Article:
ACLS History E-Book Project Press Release—September 2003
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ACLS History E-Book Project Revised Support Site Reflects Experience of First Year Online
The ACLS History E-Book Project marked its first year online with a substantially revised support website. The revised site, located at www.historyEbook.org, documents knowledge gained in the first year of the Project’s online existence and reflects a greater awareness of the e-book’s role in the changing world of historical scholarship.
The Project officially launched last year with over 500 titles in history chosen by historians for their continued relevance to the field; this month a second round of 275 books will be added to the collection. Over 160 institutions ranging from Ivy League universities to high schools have already subscribed, putting the Project well on its way to its stated goal of 200 subscribers. Lists of current and forthcoming titles as well as a list of subscribers are available on the revised site.
Also of note, a new Copyright and Fair Use page summarizes the results of several years’ experience acquiring electronic rights and developing consistent practice in this emerging publishing environment. The page provides links of interest to authors, learned societies, and others invested in both general copyright issues and in those pertaining specifically to e-books. (http://www.historyebook.org/copyrts.html)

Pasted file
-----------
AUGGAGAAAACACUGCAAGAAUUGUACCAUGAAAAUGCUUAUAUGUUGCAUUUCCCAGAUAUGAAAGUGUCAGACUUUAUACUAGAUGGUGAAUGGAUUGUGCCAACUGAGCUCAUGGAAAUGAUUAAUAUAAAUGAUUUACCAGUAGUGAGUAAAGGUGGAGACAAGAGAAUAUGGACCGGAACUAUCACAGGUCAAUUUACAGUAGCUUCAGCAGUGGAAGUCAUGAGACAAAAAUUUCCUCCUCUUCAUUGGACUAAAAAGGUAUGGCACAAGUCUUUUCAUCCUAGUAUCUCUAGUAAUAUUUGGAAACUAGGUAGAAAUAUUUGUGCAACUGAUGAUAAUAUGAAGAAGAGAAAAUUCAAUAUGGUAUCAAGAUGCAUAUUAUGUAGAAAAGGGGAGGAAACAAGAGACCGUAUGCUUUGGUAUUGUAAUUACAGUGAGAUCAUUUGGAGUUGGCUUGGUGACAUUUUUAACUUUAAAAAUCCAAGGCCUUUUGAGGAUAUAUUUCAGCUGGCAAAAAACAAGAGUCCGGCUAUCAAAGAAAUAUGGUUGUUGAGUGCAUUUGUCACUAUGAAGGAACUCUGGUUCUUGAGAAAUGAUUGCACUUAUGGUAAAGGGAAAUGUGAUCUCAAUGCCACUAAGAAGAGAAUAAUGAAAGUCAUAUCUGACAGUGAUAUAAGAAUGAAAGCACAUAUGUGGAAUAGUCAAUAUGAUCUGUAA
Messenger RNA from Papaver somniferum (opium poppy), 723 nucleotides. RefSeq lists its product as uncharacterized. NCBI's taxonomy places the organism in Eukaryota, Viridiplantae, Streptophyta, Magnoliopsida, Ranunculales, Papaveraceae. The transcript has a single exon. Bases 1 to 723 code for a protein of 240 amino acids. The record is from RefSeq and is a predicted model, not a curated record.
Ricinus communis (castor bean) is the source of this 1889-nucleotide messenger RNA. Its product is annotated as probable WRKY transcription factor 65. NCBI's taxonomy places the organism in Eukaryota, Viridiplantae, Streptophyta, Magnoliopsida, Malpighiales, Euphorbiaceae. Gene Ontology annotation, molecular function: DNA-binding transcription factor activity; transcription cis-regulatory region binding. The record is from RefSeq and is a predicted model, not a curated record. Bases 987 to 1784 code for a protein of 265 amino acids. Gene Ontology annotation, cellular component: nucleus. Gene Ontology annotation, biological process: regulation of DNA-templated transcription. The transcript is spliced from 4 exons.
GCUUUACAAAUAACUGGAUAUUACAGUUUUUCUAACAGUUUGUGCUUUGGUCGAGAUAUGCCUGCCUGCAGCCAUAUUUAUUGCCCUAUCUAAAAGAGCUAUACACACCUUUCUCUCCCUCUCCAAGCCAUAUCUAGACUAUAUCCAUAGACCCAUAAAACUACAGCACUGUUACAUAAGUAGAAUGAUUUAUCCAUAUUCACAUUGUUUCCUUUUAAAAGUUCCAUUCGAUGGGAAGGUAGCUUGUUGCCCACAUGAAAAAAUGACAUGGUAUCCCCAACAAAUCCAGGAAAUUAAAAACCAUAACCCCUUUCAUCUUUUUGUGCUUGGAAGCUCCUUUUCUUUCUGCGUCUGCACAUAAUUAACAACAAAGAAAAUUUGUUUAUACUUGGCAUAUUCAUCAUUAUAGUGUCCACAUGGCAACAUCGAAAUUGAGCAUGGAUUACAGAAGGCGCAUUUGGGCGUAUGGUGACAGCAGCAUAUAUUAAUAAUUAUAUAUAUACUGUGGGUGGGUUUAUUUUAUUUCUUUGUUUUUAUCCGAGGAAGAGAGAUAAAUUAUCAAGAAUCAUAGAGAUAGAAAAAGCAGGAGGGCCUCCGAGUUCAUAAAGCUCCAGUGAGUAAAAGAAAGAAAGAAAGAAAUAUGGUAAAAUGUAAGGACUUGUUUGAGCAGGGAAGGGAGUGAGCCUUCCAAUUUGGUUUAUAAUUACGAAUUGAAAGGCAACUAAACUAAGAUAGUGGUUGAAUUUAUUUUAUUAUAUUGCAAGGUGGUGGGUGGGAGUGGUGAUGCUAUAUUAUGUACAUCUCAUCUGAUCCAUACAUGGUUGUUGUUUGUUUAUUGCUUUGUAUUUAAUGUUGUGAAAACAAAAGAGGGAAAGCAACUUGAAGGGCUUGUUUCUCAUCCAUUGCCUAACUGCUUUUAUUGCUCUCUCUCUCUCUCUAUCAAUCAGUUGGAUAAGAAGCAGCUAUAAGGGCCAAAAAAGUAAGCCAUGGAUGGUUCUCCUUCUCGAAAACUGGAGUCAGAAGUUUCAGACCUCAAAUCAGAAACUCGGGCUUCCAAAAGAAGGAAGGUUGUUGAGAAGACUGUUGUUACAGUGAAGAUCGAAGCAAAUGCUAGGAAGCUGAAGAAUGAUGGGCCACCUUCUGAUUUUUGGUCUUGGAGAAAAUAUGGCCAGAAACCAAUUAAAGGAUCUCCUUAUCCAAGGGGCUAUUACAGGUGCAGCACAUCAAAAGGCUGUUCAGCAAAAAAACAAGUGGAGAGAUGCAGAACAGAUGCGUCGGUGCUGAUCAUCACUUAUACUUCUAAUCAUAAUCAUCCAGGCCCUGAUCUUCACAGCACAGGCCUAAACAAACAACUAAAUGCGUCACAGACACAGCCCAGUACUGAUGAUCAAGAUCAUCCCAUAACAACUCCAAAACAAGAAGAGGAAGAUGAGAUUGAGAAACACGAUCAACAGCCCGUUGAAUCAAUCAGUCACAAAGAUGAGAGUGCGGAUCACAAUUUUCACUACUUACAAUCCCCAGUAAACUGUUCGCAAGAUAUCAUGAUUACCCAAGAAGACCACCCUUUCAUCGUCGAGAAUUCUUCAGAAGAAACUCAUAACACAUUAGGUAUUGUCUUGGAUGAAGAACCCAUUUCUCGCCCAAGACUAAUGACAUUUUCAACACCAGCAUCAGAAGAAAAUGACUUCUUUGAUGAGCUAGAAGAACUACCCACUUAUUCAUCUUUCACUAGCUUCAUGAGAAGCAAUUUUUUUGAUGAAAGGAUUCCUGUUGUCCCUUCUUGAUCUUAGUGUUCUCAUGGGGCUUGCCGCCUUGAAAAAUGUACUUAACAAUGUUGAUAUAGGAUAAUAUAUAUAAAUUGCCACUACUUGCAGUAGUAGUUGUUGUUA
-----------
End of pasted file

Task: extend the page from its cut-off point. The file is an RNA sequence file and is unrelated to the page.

Even as the Project has been collecting books and selling subscriptions, the scholarly world has noted a marked change in the importance of the monograph due to recent developments in scholarly communication, the economics of university press publishing, and the re-emerging role of scholarly societies as publishers. The revised site reflects a new understanding of the e-book’s importance in the dissemination of scholarship in light of this change. Many historians, seeing a more effective means of sharing their work, are eager to take advantage of the new technology offered by the ACLS History E-Book Project. This year the first of the frontlist titles appeared, paving the way for the increasingly sophisticated “born digital” books already in the works for 2004. A new frontlist features page outlines the range of technology now at the disposal of historians, including zoomable image viewers, video and audio clips, and interactive maps and timelines. (http://www.historyebook.org/frontlistfeatures.html)
To suggest new titles, please contact Project Directors Eileen Gardiner (firstname.lastname@example.org) and Ronald G. Musto (email@example.com). For previously published titles or to suggest materials on the site’s fair-use and copyright page, please contact Linda Zerella (firstname.lastname@example.org). For information on subscriptions, contact Ginny Wiehardt, Managing Editor for Library Relations (email@example.com).